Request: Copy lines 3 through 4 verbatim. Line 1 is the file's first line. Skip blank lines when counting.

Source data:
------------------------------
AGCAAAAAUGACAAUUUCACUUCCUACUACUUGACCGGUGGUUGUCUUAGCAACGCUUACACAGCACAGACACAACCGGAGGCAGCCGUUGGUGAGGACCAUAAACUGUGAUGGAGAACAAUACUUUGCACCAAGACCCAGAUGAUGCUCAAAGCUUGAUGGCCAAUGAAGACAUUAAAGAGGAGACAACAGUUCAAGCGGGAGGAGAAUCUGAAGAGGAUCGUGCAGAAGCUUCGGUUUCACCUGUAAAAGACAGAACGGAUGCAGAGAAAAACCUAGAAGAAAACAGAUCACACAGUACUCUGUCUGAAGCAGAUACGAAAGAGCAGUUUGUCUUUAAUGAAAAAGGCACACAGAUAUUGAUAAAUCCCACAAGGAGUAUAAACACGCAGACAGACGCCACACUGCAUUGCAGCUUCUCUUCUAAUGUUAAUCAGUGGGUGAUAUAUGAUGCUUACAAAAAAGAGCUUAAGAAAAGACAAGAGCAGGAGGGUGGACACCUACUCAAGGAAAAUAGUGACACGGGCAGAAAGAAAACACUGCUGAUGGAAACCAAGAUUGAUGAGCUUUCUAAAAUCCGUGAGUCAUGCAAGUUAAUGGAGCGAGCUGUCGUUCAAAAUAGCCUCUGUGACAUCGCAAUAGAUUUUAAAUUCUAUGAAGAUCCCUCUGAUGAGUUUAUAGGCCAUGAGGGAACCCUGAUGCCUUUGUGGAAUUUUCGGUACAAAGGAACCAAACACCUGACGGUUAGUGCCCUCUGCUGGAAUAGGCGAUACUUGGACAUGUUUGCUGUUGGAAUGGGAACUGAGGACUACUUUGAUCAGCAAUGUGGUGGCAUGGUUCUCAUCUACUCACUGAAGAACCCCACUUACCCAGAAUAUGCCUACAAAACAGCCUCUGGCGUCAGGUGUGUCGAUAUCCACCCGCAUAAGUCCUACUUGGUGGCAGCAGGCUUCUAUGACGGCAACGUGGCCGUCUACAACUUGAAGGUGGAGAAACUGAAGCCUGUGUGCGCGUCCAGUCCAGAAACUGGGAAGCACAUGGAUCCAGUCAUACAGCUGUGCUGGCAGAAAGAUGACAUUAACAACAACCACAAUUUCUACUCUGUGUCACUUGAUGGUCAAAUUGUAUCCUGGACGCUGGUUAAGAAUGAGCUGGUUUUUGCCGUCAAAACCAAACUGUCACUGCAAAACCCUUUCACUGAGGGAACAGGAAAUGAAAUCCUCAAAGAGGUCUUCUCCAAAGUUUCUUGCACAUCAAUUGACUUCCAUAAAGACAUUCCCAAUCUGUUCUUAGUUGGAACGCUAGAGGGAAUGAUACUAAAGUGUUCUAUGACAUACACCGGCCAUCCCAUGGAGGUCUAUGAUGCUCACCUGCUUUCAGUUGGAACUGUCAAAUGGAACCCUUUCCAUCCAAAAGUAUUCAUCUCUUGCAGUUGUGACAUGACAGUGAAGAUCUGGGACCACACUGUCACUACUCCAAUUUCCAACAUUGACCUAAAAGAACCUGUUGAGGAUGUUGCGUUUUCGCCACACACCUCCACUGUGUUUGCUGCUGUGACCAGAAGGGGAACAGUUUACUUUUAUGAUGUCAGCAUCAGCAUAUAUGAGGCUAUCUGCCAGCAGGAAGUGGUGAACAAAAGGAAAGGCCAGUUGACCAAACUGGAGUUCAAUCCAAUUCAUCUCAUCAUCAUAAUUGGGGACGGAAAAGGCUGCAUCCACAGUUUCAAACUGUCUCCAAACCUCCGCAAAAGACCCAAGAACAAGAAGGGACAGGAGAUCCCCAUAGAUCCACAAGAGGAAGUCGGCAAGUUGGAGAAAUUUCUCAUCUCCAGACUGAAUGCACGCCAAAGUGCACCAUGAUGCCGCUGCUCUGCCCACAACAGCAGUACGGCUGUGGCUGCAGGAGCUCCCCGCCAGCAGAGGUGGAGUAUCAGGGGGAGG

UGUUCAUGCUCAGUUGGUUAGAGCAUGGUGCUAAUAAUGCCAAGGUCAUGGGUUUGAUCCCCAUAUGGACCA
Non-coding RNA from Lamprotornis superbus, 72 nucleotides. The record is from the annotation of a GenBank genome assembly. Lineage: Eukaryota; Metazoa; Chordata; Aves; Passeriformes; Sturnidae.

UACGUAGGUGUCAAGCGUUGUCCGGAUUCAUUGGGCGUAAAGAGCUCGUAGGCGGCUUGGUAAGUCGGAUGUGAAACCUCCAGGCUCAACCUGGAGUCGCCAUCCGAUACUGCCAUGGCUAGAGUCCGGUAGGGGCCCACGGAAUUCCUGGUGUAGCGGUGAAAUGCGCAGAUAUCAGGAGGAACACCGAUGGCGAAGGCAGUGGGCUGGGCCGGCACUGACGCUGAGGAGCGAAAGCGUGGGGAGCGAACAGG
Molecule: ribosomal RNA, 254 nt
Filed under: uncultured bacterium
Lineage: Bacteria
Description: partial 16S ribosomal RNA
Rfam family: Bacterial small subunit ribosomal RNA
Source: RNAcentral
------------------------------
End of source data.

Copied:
Non-coding RNA from Lamprotornis superbus, 72 nucleotides. The record is from the annotation of a GenBank genome assembly. Lineage: Eukaryota; Metazoa; Chordata; Aves; Passeriformes; Sturnidae.

UACGUAGGUGUCAAGCGUUGUCCGGAUUCAUUGGGCGUAAAGAGCUCGUAGGCGGCUUGGUAAGUCGGAUGUGAAACCUCCAGGCUCAACCUGGAGUCGCCAUCCGAUACUGCCAUGGCUAGAGUCCGGUAGGGGCCCACGGAAUUCCUGGUGUAGCGGUGAAAUGCGCAGAUAUCAGGAGGAACACCGAUGGCGAAGGCAGUGGGCUGGGCCGGCACUGACGCUGAGGAGCGAAAGCGUGGGGAGCGAACAGG